|It's the Great Pumpkin, Charlie Brown: The Making of a Television Classic
4.5 / 5
"On June 7, 2001, Charles Schulz was posthumously awarded the Congressional Gold Medal in the Rotunda of our nation's capitol."
Now available in a hardcover edition, the lushly illustrated It’s the Great Pumpkin, Charlie Brown: The Making of a Tradition, stars Charles M. Schulz’s beloved Peanuts gang, and features hundreds of full-color images as well as enlightening anecdotes that take you behind-the-scenes of how the charming Halloween special was created.
Trick-or-treating has never been more fun—with Charlie Brown, Snoopy, Lucy, Sally, Schroeder, Linus, and, of course, the Great Pumpkin. Since its first airing more than forty years ago, It’s the Great Pumpkin, Charlie Brown has become a beloved perennial classic synonymous with Halloween.
Illustrated with more than 250 full-color images, this beautiful edition celebrates the timeless television classic with:
The full script illustrated with screen art from the show --Photographs, storyboard excerpts, and production materials --Reminiscences and insider tidbits from executive producer Lee Mendelson and animator, the late Bill Melendez -- Interviews with the original child actors who were the voices of the Peanuts gang -- And much more!
It’s the Great Pumpkin, Charlie Brown: The Making of a Tradition is the ultimate Halloween treat for fans of all ages.
This book was so nostalgic for me, as I'm sure it would be for many. Before reading it, I sat down with Troy to watch the 20-minute classic on Hulu. And it was like being thrown headlong back into my childhood! I hadn't watched the special in ages, but it used to be a serious tradition on our house: since we didn't get to watch much TV, the Charlie Brown classics were a special treat (during which we also got to enjoy the rare bowl of ice cream!) for me and my sisters. Which made them even more special to us. It's funny, though, because I recall them as being movie-length to my childhood eyes. I was shocked to see that "It's the Great Pumpkin" lasted only a little over 20 minutes!
If you don't have access to Hulu and still want to enjoy this book, though, not to worry! The entirety of the dialogue is laid out with stills from the show in the back fifth of the book, so even if you haven't seen the special in forever, you can easily "watch" it again to remember everything! I really liked that part, even though I wish I had known about it going into the book, so that I could have read that FIRST: would have made the rest of it even more enjoyable. However, it is understandable that it has been relegated to the back of the book, since the true features are the reminiscences by the show's creators, the interviews with the children who voiced the characters, and a feature on the composer who wrote the famous jazz accompaniments which truly made the show, I think.
The book was chock full of factoids, which loyal readers may already know I adore. I'm a sponge for trivia. The more cool info you can give me, the better! So, once again, poor Troy had to listen to me share some fun new thing with him every few minutes. I would have my head buried in the book, and I'd surface just enough to read him some part I loved, and then I'd disappear again, engrossed (I am lucky to have such a patient partner - not to say he isn't as interested or excited by the facts as me, though! - so I'm lucky in that regard, too). One of the few that I marked was a fascinating section about why Schulz chose to make the Great Pumpkin a satire of Santa Claus. Firstly, it was because of the cartoonist's awareness of all of those families for whom Christmas might be a very difficult time, as they are unable to experience the "Santa Claus" who gives copious amounts of presents. And secondly, he figured that when children eventually learn that there is no Santa Claus, mustn't they also "wonder how many other things [they have] been told that are not true"? I loved to see such compassion from Snoopy's creator.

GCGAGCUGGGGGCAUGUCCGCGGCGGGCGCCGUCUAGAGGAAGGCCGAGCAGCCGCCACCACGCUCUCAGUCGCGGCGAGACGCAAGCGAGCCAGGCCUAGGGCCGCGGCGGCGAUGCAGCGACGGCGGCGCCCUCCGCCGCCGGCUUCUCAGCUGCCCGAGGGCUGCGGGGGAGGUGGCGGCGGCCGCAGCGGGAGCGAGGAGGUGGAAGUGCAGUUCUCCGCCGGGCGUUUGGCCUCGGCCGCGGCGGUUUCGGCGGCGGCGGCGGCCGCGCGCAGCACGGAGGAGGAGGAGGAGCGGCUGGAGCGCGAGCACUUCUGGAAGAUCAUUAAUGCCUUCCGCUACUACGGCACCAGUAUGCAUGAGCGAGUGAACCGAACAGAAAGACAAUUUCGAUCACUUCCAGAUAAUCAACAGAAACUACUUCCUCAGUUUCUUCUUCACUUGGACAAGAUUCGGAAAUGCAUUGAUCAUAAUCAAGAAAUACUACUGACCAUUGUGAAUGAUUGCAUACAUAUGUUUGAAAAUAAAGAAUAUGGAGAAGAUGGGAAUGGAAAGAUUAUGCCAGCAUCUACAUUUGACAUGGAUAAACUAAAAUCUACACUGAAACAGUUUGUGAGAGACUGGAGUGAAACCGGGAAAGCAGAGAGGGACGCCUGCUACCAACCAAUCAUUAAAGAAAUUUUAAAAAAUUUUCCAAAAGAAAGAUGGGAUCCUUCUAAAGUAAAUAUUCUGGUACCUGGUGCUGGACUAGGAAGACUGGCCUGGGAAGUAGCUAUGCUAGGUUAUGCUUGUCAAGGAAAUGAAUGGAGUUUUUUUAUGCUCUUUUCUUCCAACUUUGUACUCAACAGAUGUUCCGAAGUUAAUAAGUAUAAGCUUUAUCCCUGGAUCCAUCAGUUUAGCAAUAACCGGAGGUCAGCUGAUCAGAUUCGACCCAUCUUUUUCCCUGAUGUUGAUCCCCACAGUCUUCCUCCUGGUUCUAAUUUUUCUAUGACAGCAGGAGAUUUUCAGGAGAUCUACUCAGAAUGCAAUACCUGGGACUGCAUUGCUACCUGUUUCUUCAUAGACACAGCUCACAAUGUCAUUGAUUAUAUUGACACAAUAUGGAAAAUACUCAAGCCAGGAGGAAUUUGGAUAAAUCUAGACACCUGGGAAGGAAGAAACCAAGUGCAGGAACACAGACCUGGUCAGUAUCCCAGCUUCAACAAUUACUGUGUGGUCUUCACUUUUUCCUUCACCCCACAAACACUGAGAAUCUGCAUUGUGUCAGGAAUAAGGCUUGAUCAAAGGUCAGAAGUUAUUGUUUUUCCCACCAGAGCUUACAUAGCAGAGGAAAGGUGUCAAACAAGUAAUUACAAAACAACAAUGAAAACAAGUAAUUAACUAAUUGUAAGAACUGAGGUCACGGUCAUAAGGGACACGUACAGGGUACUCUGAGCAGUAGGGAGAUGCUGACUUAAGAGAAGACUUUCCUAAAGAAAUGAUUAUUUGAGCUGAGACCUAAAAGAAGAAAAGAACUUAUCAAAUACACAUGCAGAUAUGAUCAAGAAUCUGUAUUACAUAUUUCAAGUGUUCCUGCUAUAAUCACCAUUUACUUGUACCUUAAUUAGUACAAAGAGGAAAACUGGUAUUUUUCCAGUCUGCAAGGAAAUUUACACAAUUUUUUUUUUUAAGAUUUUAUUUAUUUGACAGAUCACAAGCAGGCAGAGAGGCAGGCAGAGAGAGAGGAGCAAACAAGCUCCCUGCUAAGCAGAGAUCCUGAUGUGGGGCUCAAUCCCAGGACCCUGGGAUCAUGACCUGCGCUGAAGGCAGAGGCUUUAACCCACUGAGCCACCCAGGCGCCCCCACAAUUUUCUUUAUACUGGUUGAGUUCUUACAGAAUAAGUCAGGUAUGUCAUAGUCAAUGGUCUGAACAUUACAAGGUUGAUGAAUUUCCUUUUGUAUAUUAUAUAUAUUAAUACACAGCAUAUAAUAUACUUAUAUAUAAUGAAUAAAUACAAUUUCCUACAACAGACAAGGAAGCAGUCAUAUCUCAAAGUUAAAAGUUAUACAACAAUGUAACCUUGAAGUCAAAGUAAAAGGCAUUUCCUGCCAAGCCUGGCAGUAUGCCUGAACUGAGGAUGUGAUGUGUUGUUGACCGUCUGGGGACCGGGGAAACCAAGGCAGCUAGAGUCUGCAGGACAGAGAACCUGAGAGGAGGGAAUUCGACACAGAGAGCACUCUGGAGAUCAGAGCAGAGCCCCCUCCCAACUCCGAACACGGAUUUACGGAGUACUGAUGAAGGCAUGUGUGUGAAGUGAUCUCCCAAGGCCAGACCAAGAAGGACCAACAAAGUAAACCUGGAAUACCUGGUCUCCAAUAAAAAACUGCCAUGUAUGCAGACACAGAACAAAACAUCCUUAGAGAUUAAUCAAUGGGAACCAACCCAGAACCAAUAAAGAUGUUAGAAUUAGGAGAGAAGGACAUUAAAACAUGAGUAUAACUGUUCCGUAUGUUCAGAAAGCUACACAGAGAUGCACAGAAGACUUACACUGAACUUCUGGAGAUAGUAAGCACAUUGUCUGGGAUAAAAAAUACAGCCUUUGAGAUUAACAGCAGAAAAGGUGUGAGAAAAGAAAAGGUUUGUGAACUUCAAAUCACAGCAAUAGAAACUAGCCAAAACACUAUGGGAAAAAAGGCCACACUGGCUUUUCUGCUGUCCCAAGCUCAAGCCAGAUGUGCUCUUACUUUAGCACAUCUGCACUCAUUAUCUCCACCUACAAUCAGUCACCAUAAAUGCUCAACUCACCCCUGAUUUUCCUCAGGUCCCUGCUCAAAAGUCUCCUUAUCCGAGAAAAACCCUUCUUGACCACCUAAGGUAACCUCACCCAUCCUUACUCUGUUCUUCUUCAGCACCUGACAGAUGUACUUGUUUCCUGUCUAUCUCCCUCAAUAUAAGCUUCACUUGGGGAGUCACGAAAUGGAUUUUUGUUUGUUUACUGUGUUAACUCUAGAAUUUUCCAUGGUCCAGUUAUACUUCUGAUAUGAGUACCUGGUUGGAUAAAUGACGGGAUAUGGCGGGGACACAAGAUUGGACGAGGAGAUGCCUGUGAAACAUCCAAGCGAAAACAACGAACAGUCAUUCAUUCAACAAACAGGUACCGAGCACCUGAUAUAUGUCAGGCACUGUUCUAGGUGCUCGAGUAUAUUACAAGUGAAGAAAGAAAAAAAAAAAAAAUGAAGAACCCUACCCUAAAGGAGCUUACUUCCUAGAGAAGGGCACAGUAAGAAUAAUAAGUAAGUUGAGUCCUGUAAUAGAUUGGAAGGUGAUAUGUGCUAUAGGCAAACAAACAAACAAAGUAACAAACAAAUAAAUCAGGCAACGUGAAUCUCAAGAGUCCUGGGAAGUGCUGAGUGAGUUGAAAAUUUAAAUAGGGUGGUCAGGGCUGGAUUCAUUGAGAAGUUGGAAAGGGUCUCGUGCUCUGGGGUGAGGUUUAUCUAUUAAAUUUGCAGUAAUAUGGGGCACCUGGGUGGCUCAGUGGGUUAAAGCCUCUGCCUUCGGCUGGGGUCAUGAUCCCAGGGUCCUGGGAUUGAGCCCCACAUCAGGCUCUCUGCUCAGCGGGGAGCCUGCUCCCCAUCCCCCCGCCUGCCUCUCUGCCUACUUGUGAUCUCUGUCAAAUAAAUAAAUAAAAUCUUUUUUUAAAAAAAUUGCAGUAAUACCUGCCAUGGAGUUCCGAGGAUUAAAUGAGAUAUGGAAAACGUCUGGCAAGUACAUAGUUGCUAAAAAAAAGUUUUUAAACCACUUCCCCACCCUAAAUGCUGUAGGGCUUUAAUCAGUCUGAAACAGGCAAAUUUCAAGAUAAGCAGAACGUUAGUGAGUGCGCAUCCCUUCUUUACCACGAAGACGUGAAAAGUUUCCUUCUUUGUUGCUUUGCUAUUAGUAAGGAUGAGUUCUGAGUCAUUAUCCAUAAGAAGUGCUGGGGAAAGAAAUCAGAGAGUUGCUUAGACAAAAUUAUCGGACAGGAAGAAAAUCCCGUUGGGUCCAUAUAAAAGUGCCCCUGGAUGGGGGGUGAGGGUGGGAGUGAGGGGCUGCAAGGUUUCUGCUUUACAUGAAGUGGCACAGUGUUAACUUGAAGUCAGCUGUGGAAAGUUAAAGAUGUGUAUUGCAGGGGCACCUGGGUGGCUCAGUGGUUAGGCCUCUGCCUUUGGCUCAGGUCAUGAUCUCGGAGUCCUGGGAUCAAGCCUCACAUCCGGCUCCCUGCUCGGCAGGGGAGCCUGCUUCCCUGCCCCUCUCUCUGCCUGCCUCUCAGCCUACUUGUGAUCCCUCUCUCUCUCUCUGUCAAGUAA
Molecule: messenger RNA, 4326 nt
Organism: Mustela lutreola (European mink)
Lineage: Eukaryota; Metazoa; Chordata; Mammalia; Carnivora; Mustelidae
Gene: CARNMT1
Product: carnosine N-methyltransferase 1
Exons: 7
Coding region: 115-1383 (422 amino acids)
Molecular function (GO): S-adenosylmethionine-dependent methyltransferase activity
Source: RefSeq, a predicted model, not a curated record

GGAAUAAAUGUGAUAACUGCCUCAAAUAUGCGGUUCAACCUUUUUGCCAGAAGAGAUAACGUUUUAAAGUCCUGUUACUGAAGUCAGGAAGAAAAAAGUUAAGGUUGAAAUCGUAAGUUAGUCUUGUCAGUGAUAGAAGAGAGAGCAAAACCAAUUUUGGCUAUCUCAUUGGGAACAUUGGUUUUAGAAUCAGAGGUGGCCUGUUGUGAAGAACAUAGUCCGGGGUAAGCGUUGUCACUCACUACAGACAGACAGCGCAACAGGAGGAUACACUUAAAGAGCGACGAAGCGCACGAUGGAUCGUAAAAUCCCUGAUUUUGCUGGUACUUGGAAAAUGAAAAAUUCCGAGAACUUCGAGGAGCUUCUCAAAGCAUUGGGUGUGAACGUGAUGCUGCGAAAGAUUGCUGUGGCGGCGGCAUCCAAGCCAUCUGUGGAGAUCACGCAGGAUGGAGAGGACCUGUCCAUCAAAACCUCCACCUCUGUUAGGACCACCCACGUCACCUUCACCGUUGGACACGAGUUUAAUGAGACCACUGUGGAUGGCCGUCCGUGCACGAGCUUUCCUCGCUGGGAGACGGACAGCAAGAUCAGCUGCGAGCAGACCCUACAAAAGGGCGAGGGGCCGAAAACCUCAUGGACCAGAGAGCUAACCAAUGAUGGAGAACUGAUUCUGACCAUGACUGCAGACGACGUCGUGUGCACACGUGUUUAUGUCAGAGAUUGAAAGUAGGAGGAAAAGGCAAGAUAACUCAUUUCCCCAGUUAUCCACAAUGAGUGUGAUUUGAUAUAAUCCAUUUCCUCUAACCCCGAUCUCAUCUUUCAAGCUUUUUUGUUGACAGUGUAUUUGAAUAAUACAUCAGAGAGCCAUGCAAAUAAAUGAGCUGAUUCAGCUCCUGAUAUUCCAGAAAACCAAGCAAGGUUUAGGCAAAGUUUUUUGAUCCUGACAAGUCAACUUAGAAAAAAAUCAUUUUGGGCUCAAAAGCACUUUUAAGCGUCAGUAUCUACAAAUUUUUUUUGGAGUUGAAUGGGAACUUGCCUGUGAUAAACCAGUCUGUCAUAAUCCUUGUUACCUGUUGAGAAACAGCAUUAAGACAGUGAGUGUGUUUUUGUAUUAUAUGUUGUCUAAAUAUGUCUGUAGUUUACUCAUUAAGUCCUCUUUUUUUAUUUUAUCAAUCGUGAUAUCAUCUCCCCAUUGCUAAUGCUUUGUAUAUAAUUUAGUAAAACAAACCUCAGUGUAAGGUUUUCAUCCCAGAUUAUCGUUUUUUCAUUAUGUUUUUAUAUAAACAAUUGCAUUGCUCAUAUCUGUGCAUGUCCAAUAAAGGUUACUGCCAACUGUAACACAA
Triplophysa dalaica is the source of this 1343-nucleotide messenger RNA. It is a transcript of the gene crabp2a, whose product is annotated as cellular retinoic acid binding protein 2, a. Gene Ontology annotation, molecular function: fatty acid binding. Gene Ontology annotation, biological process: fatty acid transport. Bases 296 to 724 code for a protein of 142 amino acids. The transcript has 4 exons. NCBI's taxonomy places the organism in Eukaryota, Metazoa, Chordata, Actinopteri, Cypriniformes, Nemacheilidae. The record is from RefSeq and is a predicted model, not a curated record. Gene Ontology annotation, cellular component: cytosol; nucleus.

Additionally, I learned from this book that Schulz was hugely against bullying, even back in the 1960s, when the issue was not nearly as discussed as it is today. Why is this? Well, because "Sparky" (as he is called by his friends) skipped several grades in school, and was of course an easy target for the bigger kids in his class. "So I guess part of the whole thing with the comic strip is Charlie Brown being picked on all the time and yet he survives...he keeps on trying. I assume a lot of people can identify with that." Does anyone else love Charles Schulz even more than ever after reading that quote? Because I sure do.
All right - I won't give away ALL of the best parts, because then you wouldn't want to check out the book for yourselves! But if you feel the same nostalgia I do for Charlie Brown and the gang, I'd definitely recommend this beautifully laid out book. You'll see many familiar faces, but will come away with a new appreciation for the holiday special.
[NB: I was lucky to receive a gorgeous hardcover copy of this fully-published book from Dey Street Books' (Harper Collins' new imprint) blogger review copies program, which I entered at the end of July. My (uninfluenced) opinion? This book would make a WONDERFUL coffee table gift for any loved one.]
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(this version only available in hardcover)